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Dawn O'Hara Edna Ferber

Bennie The Consoler

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I buried my head in the papers again. Blackie went on smoking. There was no sound in the little room except the purr-purring of Blackie's pipe. Then:

"I done a favor for Wheeling once," mused he.

I glanced up, quickly. "Oh, Blackie, do you think--"

"No, I don't. But then again, you can't never tell. That was four or five years ago, and the mem'ry of past favors grows dim fast. Still, if you're through waterin' the top of my desk, why I'd like t' set down and do a little real brisk talkin' over the phone. You're excused."

Quite humbly I crept away, with hope in my heart.

To this day I do not know what secret string the resourceful Blackie pulled. But the next afternoon I found a hastily scrawled note tucked into the roll of my typewriter. It sent me scuttling across the hall to the sporting editor's smoke-filled room. And there on a chair beside the desk, surrounded by scrap-books, lead pencils, paste-pot and odds and ends of newspaper office paraphernalia, sat Bennie. His hair was parted very smoothly on one side, and under his dimpled chin bristled a very new and extremely lively green-and-red plaid silk tie.

The next instant I had swept aside papers, brushes, pencils, books, and Bennie was gathered close in my arms. Blackie, with a strange glow in his deep-set black eyes regarded us with an assumed disgust.

"Wimmin is all alike. Ain't it th' truth? I used t' think you was different. But shucks! It ain't so. Got t' turn on the weeps the minute you're tickled or mad. Why say, I ain't goin' t' have you comin' in here an' dampenin' up the whole place every little while! It's unhealthy for me, sittin' here in the wet."

"Oh, shut up, Blackie," I said, happily. "How in the world did you do it?"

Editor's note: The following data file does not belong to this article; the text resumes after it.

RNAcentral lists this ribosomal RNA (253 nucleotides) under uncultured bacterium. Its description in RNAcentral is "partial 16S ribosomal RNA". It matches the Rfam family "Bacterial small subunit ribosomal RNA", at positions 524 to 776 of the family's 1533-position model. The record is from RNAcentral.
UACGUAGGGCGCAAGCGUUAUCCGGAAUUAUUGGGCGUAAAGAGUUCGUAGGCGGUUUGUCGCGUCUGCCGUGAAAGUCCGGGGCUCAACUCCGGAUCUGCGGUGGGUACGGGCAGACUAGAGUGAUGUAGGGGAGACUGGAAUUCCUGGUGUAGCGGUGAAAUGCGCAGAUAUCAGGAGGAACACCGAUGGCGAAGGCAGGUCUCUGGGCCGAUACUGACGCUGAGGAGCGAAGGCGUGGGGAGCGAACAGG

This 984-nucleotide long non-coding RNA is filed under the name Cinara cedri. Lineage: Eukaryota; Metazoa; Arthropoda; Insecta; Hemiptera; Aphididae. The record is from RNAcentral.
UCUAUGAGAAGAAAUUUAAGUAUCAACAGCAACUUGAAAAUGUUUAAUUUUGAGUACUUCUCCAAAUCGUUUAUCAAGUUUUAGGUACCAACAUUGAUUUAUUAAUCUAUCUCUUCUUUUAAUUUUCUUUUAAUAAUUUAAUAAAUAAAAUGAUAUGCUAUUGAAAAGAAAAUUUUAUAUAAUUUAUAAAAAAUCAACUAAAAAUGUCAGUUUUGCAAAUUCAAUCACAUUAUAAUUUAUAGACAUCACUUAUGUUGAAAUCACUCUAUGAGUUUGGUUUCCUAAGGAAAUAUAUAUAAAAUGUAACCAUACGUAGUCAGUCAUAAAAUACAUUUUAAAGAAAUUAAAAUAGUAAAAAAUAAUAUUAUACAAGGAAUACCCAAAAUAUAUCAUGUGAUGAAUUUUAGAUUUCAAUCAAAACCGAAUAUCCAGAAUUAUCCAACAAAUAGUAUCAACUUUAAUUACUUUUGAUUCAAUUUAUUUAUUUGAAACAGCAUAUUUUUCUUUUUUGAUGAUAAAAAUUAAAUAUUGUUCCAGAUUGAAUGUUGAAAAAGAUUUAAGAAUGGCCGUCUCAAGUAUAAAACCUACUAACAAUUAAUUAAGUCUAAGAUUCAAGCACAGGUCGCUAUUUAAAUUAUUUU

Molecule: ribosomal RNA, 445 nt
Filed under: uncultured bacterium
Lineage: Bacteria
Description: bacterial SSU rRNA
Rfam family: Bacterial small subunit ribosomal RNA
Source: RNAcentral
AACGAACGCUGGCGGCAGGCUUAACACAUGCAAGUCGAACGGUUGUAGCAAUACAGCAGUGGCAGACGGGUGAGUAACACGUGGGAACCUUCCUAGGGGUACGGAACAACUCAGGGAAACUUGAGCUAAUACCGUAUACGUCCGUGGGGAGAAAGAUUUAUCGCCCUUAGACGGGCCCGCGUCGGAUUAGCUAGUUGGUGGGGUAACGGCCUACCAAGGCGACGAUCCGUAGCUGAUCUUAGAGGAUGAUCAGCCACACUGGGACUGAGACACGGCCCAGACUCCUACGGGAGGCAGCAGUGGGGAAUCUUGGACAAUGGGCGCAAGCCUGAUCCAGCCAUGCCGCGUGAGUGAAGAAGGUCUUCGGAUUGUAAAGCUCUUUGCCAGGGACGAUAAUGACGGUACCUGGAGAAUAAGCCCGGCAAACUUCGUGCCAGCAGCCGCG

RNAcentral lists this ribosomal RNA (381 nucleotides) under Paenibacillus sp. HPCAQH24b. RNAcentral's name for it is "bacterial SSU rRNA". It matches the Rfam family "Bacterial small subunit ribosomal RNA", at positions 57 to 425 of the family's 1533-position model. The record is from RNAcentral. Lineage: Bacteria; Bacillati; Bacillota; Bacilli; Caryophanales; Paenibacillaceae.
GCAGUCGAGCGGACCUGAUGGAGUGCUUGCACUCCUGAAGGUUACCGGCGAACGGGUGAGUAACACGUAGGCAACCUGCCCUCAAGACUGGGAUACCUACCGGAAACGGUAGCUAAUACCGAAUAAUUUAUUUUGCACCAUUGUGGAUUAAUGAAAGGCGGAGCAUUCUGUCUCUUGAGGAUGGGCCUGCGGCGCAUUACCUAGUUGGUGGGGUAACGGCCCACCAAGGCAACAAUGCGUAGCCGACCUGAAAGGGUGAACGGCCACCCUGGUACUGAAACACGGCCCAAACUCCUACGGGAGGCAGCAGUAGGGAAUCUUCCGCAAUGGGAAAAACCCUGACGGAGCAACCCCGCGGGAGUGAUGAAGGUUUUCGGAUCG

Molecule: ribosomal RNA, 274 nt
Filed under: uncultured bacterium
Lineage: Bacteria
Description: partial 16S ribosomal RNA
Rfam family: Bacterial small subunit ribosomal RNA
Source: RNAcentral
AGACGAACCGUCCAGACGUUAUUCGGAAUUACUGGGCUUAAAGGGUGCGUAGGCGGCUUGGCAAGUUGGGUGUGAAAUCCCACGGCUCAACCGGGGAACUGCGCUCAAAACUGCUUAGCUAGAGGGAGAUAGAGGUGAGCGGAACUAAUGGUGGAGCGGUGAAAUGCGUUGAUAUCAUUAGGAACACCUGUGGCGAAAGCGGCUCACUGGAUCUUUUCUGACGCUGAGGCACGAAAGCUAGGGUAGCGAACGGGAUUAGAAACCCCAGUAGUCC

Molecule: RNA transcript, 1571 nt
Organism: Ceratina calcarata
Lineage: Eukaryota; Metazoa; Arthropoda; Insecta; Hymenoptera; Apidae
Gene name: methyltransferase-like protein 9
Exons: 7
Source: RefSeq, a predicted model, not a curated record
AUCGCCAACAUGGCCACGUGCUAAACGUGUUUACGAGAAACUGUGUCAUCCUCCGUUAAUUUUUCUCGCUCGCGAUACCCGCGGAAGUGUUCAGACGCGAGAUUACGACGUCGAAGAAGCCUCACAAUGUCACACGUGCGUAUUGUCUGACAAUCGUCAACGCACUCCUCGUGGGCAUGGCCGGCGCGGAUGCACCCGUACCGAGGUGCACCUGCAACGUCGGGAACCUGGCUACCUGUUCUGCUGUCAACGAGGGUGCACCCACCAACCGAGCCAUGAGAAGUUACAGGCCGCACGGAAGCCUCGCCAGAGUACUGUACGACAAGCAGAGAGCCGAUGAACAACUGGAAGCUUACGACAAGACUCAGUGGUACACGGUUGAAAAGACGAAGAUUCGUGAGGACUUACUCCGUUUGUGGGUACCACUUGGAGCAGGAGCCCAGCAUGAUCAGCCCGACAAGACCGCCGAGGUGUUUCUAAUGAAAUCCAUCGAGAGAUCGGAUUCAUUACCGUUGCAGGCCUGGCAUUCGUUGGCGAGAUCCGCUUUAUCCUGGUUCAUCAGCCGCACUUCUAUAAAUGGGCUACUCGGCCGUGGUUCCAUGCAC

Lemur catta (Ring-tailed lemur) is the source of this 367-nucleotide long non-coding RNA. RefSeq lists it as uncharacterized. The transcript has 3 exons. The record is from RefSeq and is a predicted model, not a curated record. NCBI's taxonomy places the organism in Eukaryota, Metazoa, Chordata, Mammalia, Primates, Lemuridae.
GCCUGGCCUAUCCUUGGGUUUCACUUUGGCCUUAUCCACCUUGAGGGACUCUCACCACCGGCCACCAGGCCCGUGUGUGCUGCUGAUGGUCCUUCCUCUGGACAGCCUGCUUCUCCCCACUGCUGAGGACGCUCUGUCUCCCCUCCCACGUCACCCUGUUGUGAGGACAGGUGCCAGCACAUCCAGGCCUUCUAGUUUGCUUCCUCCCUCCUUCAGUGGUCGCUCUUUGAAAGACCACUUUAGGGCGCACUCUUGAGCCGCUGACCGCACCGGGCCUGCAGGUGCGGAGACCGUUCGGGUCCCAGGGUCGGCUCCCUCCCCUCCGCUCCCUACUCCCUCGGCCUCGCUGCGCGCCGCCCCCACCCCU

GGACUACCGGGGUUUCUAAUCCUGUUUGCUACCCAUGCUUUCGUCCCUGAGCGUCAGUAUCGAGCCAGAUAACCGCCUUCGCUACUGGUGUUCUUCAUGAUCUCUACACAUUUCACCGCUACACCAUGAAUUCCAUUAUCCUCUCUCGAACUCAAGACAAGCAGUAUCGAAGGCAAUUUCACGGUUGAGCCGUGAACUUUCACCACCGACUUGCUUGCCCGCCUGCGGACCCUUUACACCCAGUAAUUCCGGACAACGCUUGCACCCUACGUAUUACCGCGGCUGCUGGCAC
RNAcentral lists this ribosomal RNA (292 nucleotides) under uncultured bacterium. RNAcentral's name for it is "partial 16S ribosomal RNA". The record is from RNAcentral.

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"Never you mind. The question is, what you goin' t' do with him, now you've got him? Goin' t' have a French bunny for him, or fetch him up by hand? Wheeling appointed a probation skirt to look after the crowd of us, and we got t' toe the mark."

"Glory be!" I ejaculated. "I don't know what I shall do with him. I shall have to bring him down with me every morning, and perhaps you can make a sporting editor out of him."

"Nix. Not with that forehead. He's a high-brow. We'll make him dramatic critic. In the meantime, I'll be little fairy godmother, an' if you'll get on your bonnet I'll stake you and the young 'un to strawberry shortcake an' chocolate ice cream."

So it happened that a wondering Frau Knapf and a sympathetic Frau Nirlanger were called in for consultation an hour later. Bennie was ensconced in my room, very wide-eyed and wondering, but quite content. With the entrance of Frau Nirlanger the consultation was somewhat disturbed. She made a quick rush at him and gathered him in her hungry arms.

"Du baby du!" she cried. "Du Kleiner! And she was down on her knees, and somehow her figure had melted into delicious mother-curves, with Bennie's head just fitting into that most gracious one between her shoulder and breast. She cooed to him in a babble of French and German and English, calling him her lee-tel Oscar. Bennie seemed miraculously to understand. Perhaps he was becoming accustomed to having strange ladies snatch him to their breasts.

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Dawn O'Hara
Edna Ferber

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